Will be even cheaper

When traveling, it is advisable not to exceed the recommended speed limit on motorways. This is thanks to the car with consumption values ​​between 18 and 19 kWh per 100 kilometers. VW specifies 17,7 kWh as the standard value. If you want, you can get there with less on country roads with some recuperation options. With the exception of winter, you hardly ever get more than 20 kWh when you drive quickly but in accordance with the rules, which means that energy costs are around 6 euros per 100 kilometers. A diesel has to consume less than 5 liters to keep up. We paid 49 cents on the fast charger. If you only charge there, the costs rise to just under 10 euros, but diesel is no longer available on the autobahn for 1,30 euros.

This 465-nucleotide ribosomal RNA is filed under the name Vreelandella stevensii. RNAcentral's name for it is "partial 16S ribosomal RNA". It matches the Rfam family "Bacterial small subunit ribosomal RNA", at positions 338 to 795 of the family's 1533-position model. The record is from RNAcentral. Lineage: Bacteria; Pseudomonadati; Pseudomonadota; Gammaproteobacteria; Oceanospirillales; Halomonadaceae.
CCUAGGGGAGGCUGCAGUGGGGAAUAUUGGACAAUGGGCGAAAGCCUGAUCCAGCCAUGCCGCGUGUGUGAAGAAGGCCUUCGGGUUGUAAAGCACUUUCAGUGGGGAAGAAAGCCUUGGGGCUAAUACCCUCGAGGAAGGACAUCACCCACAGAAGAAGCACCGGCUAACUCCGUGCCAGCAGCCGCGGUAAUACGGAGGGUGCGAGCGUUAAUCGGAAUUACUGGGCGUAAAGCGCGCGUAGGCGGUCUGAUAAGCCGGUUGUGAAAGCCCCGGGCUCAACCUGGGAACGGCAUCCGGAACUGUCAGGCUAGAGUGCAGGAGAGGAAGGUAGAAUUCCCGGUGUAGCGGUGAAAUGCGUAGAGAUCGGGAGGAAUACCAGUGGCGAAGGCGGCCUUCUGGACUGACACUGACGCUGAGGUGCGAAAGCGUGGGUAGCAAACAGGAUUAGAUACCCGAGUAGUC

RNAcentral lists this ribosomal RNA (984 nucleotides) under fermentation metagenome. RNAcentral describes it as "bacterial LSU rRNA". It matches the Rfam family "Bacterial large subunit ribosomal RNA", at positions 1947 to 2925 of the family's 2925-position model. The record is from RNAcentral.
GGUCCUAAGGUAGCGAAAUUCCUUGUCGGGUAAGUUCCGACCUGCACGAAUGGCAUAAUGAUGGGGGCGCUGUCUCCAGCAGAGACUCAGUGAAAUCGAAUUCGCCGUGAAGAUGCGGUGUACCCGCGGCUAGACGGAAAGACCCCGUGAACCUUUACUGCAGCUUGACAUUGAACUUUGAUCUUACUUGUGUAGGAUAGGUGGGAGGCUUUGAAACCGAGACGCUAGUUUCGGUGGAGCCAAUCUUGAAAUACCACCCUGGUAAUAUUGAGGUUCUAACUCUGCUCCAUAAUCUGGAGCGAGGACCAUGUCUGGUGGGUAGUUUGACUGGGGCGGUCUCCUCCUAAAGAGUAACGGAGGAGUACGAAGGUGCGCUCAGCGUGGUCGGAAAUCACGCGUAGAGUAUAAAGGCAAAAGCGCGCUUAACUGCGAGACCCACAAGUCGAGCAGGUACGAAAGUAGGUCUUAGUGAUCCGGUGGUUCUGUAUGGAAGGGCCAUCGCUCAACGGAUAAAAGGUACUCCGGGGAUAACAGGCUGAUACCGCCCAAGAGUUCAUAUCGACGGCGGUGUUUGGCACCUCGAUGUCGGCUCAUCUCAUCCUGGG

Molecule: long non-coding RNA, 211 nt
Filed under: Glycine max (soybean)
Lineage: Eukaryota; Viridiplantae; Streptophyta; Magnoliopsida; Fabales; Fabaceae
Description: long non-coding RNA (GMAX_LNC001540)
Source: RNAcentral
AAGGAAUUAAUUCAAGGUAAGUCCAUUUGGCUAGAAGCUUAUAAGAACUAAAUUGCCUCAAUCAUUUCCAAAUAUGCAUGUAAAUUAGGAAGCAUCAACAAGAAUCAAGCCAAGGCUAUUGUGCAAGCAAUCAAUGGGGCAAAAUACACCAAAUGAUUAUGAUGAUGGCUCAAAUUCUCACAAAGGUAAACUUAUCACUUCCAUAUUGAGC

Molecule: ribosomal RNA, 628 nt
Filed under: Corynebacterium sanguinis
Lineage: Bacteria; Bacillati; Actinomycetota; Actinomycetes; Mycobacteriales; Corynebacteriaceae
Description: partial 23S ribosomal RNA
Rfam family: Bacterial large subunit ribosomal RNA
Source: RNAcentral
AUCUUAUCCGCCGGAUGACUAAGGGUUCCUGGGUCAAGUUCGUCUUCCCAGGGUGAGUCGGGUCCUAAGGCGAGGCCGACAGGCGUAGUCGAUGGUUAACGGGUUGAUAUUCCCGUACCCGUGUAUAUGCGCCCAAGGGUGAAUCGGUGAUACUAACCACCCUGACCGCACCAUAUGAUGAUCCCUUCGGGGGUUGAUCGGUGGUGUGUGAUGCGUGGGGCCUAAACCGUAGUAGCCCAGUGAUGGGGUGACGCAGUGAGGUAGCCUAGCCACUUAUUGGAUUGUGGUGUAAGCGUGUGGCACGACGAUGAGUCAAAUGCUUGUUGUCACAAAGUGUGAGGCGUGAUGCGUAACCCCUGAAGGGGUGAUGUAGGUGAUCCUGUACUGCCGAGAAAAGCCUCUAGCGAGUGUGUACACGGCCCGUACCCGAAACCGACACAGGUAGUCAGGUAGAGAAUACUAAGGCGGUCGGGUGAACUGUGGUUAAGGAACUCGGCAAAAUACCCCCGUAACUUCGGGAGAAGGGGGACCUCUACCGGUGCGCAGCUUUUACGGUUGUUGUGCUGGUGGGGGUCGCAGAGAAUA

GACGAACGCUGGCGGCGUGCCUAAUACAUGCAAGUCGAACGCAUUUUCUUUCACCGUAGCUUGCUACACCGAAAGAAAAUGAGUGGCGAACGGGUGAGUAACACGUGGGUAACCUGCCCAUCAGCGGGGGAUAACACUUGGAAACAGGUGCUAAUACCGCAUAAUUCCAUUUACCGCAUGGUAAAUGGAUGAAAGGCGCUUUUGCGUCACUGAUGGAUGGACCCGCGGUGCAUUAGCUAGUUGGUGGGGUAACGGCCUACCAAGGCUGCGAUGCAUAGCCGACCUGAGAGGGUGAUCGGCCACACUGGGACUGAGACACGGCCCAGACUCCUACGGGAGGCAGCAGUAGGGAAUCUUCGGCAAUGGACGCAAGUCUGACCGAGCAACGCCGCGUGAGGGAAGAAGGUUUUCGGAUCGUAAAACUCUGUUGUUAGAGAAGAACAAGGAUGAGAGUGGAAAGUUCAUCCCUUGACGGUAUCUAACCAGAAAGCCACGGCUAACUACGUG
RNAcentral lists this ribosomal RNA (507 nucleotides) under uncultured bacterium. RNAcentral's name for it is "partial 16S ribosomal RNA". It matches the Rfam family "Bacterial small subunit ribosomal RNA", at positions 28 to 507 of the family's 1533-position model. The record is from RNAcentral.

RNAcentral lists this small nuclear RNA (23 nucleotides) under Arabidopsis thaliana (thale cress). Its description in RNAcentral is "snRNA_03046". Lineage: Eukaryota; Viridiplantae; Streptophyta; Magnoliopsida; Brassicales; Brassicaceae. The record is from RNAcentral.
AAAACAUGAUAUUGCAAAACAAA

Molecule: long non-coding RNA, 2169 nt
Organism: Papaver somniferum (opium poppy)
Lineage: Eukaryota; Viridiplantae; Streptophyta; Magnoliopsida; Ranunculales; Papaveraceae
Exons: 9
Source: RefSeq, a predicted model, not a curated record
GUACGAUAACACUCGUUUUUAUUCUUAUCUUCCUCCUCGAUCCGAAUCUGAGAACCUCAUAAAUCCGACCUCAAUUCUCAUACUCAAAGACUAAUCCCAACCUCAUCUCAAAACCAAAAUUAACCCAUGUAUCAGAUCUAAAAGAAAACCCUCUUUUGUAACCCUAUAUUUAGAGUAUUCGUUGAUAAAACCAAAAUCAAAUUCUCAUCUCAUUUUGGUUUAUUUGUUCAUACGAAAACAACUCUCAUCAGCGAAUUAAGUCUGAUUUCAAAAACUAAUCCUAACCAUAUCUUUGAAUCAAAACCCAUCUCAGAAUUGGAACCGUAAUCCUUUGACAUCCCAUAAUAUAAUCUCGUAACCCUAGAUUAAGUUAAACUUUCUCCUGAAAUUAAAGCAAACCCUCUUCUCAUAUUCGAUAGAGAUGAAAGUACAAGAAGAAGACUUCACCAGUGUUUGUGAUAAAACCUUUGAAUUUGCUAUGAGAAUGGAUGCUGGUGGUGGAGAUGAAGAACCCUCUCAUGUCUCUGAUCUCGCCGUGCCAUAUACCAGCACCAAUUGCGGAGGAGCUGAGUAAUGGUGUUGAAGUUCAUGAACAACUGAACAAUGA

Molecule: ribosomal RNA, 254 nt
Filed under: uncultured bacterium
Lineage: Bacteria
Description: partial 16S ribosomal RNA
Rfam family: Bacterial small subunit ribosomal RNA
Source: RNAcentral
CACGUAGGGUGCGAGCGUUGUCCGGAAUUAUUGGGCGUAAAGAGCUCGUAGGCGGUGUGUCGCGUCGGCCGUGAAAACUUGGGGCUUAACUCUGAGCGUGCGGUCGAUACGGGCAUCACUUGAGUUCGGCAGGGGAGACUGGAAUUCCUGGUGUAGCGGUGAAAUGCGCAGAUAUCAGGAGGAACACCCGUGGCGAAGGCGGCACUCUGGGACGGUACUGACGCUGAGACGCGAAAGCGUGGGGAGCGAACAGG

The costs are of course still an issue with an e-car, even if the battery prices fall in the long run and the vehicles become relatively cheaper. Our test car had a basic list price of just under 45.000 euros and easily came to 54.000 euros with a few additional assistants, the excellent matrix light and a sunny panorama roof. That's a lot of money for a mid-range car. On the other hand, you can also bring a Tiguan to similar regions and the ID 4 is currently still € 9.570 subsidy from the price. There is also a good environmental conscience for free, especially since more and more new studies show that the electric vehicles do not need as long as always claimed to compensate their CO2 production backpack compared to a combustion engine.